The following is an example of a hypothetical business case of manufacturing 250,000 cars per annum, comparing traditional manufacturing versus microfactory. Both setups are different and have several aspects that would lead to a complex comparison matrix.
Increased Innovation – Microfactories are versatile, highly-automated factories that enable lean manufacturing and boost the rate of innovation by integrating several functions. Being a small automated setup, microfactories enable several tests and iterations to be performed on a small scale without impacting the time and cost. Whereas, in a traditional factory, the impact of time and cost on several iterations would be huge.
Lower Costs – Microfactories are small-sized factories that require less floor space compared to traditional large factories. Energy consumption and raw material consumption is less, thus creating reduced waste and emissions. This positively impacts the operating energy, environmental energy, and processing energy of the factory, ensuring cost savings. Microfactories also cuts down on labor costs as the factory is highly automated with the support of artificial intelligence and robotics.
Increased Productivity – Microfactories require a small team of skilled staff for and do not depend on huge manual labor. In addition to the agility and high automation levels of microfactories, the engagement level of workers is also very high which boosts morale and thereby increasing productivity.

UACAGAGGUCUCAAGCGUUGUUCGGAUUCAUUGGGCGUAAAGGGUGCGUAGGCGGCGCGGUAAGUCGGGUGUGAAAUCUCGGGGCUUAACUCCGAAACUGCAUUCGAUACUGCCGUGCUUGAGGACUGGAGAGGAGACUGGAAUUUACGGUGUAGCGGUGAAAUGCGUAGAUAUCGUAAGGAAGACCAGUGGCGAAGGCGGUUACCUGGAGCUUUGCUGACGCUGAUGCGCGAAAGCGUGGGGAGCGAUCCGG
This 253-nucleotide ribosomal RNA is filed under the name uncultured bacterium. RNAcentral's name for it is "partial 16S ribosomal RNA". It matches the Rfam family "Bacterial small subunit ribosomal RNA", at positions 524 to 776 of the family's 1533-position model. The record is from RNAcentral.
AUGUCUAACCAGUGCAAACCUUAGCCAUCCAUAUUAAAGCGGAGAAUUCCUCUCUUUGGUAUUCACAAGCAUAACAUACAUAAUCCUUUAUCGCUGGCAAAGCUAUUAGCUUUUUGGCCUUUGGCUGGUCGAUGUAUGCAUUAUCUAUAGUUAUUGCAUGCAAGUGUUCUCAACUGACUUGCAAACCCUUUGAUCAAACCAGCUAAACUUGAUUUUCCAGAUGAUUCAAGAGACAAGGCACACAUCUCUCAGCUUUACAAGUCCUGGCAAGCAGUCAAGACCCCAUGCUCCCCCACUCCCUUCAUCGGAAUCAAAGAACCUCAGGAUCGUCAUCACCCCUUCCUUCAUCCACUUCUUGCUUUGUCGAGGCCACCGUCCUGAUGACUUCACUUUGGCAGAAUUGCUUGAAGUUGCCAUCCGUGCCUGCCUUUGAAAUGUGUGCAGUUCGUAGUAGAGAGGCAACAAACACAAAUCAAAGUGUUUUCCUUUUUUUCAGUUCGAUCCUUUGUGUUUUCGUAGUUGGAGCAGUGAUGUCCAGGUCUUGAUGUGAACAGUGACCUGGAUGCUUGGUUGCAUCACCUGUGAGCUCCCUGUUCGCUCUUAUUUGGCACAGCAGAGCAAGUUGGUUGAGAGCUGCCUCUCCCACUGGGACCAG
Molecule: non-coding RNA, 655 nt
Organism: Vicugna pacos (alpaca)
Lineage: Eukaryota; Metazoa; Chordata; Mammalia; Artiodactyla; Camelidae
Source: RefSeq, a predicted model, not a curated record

Customization/Personalization – This trend is driving manufacturers toward small factory space as it provides high-mix, low-volume manufacturing capability, where products can be customized and manufactured on-demand. The level of customization could range from small-batch with the current trend to individualization, where an individual can design the product via a consumer website.
Manufacturers Using Microfactory and Key Technology Providers
Automotive, garment, consumer appliances, and electronic waste treatment are some of the leading application industries currently using microfactories for commercial production. Local Motors in USA was one of the pioneers in establishing a microfactory for automotive production. Several companies are also investing in the development of new and advanced technologies required for establishing microfactories. Bright Machines has announced the availability of its AI driven automated microfactories. Combining software machine learning, computer vision and adoptive robotics says it can transform the most manual phases of today’s production line.
Manufacturers using Microfactories
Manufacturing technologies have evolved significantly over the years. Presently products are manufactured in large factories achieving economies of scale, and most of these factories are located in low-cost regions, primarily in Asia, and a few in Eastern Europe and South America. This has helped customers getting products at a better price. However, there are signs that this might not be the case forever. Low-cost labor is getting exhausted in these countries as the younger population is not willing to perform repetitive low skilled jobs or the cost has started going up significantly. In addition, the delivery delays, as well as the demands and preferences for indigenous products, are increasing worldwide. This will eventually make it difficult for manufacturers to get products manufactured at distant low-cost locations and bring them to the local market.
Another important aspect that should be considered is changing customer requirements. More and more customers are seeking products that are personalized/customized. Surveys conducted show that more than 50% of consumers in developed countries prefer personalized products and are ready to pay higher prices for it.